One sector of society does not care about others: The haredim

The approach of negating the other person is not new in the relationship between haredim (ultra-Orthodox) and other sectors in Israeli society.

Israeli police officers clash with Ultra Orthodox Jewish men during a protest against the enforcement of coronavirus emergency regulations, in the Ultra Orthodox jewish neighborhood of Mea Shearim, Jerusalem, October 4, 2020 (photo credit: NATI SHOHAT/FLASH90)
Israeli police officers clash with Ultra Orthodox Jewish men during a protest against the enforcement of coronavirus emergency regulations, in the Ultra Orthodox jewish neighborhood of Mea Shearim, Jerusalem, October 4, 2020
(photo credit: NATI SHOHAT/FLASH90)
A few years ago, Ya’acov Litzman, then the health minister, was asked why he was not willing to lift his veto on the establishment of a pluralistic prayer plaza at the Western Wall.
Litzman, the interviewer said, had spent his formative years as a youth growing up in the United States where out of the six million Jews there, only a small minority (maybe 600,000) was Orthodox. “Don’t you want to keep them engaged and close to Judaism and Israel?” the interviewer asked United Torah Judaism Party leader Litzman.
No, said Litzman. Reform Jews are not Jews for me. I will never let them have a place at the Western Wall.
This approach, of negating the other person, is not new in the relationship between haredim (ultra-Orthodox) and other sectors in Israeli society. This is true when it comes to matters that impact the haredi way of life like service in the IDF, allowing pluralistic prayer at the Western Wall, participation in the workforce and paying the necessary price of closing down yeshivas and synagogues to help stop the spread of the novel coronavirus in Israel.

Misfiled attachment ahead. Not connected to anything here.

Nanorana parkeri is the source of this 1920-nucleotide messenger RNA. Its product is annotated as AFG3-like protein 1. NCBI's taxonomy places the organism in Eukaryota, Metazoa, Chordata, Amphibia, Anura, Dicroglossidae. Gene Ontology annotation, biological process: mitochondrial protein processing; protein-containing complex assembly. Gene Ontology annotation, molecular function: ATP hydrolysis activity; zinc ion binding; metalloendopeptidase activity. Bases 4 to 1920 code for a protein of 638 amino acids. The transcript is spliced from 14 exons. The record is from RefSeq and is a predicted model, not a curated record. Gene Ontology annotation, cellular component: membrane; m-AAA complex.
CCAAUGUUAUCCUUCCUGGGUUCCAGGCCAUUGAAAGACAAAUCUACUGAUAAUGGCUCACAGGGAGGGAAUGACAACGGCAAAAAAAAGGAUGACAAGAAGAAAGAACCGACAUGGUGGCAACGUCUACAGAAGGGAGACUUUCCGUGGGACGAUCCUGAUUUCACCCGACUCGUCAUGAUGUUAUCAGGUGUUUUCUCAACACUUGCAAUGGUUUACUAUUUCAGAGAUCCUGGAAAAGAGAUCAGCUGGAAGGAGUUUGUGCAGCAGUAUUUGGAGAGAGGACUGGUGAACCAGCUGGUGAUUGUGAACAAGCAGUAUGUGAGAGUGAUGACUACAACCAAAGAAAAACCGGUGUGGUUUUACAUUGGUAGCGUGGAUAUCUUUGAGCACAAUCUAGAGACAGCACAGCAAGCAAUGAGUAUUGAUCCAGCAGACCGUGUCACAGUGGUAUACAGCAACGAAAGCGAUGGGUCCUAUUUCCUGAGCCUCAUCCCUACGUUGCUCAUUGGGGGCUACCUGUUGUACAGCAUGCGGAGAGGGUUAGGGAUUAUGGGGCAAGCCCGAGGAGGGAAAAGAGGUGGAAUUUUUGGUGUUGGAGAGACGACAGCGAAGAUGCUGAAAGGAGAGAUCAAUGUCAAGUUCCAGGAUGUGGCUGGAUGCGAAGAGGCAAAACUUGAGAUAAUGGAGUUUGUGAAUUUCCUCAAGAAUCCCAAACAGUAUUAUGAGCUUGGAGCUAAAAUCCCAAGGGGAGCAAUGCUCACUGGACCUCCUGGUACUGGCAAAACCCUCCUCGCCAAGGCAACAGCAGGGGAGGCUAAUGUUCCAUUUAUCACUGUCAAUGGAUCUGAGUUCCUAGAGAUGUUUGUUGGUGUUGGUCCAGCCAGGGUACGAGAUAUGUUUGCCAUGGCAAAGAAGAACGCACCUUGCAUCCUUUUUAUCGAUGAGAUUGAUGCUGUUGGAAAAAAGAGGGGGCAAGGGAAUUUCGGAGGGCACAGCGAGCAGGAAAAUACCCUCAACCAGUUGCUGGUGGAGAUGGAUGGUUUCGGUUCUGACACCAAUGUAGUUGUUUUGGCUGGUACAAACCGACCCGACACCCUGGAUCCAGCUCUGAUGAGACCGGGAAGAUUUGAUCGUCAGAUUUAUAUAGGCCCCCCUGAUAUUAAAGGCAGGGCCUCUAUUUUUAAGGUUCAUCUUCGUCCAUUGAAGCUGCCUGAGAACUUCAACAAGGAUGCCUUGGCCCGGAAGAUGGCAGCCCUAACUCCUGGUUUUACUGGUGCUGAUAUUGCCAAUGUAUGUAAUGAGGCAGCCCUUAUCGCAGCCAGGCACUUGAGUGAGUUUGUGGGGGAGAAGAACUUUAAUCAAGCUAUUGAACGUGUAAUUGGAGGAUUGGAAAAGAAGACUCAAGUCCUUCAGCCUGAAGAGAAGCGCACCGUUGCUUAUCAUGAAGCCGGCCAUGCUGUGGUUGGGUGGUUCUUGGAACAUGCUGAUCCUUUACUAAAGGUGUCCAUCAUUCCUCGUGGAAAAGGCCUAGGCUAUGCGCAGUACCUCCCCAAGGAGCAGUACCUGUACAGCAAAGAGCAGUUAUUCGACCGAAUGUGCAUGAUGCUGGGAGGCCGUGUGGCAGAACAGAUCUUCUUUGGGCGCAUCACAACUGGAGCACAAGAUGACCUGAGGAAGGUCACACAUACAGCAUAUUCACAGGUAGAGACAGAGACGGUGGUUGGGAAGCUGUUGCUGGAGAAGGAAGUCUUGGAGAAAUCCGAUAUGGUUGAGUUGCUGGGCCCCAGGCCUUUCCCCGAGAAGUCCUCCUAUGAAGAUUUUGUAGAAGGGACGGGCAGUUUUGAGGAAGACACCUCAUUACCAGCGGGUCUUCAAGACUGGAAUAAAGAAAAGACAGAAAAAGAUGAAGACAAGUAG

This statement turns out not to be true when the matter does not impact the haredi way of life. That explains, for example, why so many nonprofit organizations are founded and run by haredim that help all Israelis no matter their background – secular and Arab alike.
But when it comes to religious life, those policies stop, which is why the country finds itself on the eve of the exit from the second lockdown with a part of society that continues to think that the rules of the country do not apply to it. Despite making up 50% of infections when they are only about 10% of the population, the haredim continue to insist that they be allowed to reopen their yeshivas, even though those same institutions saw major outbreaks before this latest lockdown.
They insist on expanding the number of people allowed at weddings, and when they don’t get their way, they hold large weddings anyhow, with disregard for the restrictions, rules and laws.

THAT IS how the wedding in Givat Ze’ev that took place last week ended in violence and arrests. The police released recordings of calls made by several Givat Ze’ev residents who complained about dozens of guests at the event. Videos of the wedding taken by neighbors showed a large number of people in attendance.
According to the police, when police officers arrived at the scene in Givat Ze’ev, just north of Jerusalem, they were subjected to hostile treatment by the hosts, the bride’s parents. That led to a physical confrontation in which a brother of the bride was injured while being arrested.
On Thursday night, a video from another wedding circulating on social media showed dozens of people sitting together without masks. Both weddings were of ultra-Orthodox Israelis.
To Israelis who are not haredi, this is not only disturbing but another illustration of what Litzman said a few years ago when explaining why he would not allow progressive Jews to pray the way they want at the Western Wall. It unfortunately reflects an attitude of how one sector in society does not care about others.
This attitude is why weddings need to continue to remain under restrictions. Since the coronavirus came to Israel, weddings in the haredi and Arab sectors have been one of the highest sources of spreading infections. Nevertheless, Shas leader Arye Deri stormed out of the cabinet meeting on Thursday night after his request to have 200 people at weddings was not approved.
This type of approach will not work. For Israel to get through the crisis that the COVID-19 has created, politicians like Deri and Litzman need to understand that they have to work with all of Israel and not against other people. They have to start to care about all Israelis and not just their voters. They have to recognize that when one group violates the regulations, it impacts everyone – not just the community from which they come.
Israelis have to start caring about one another. That is the only true way to beat this pandemic.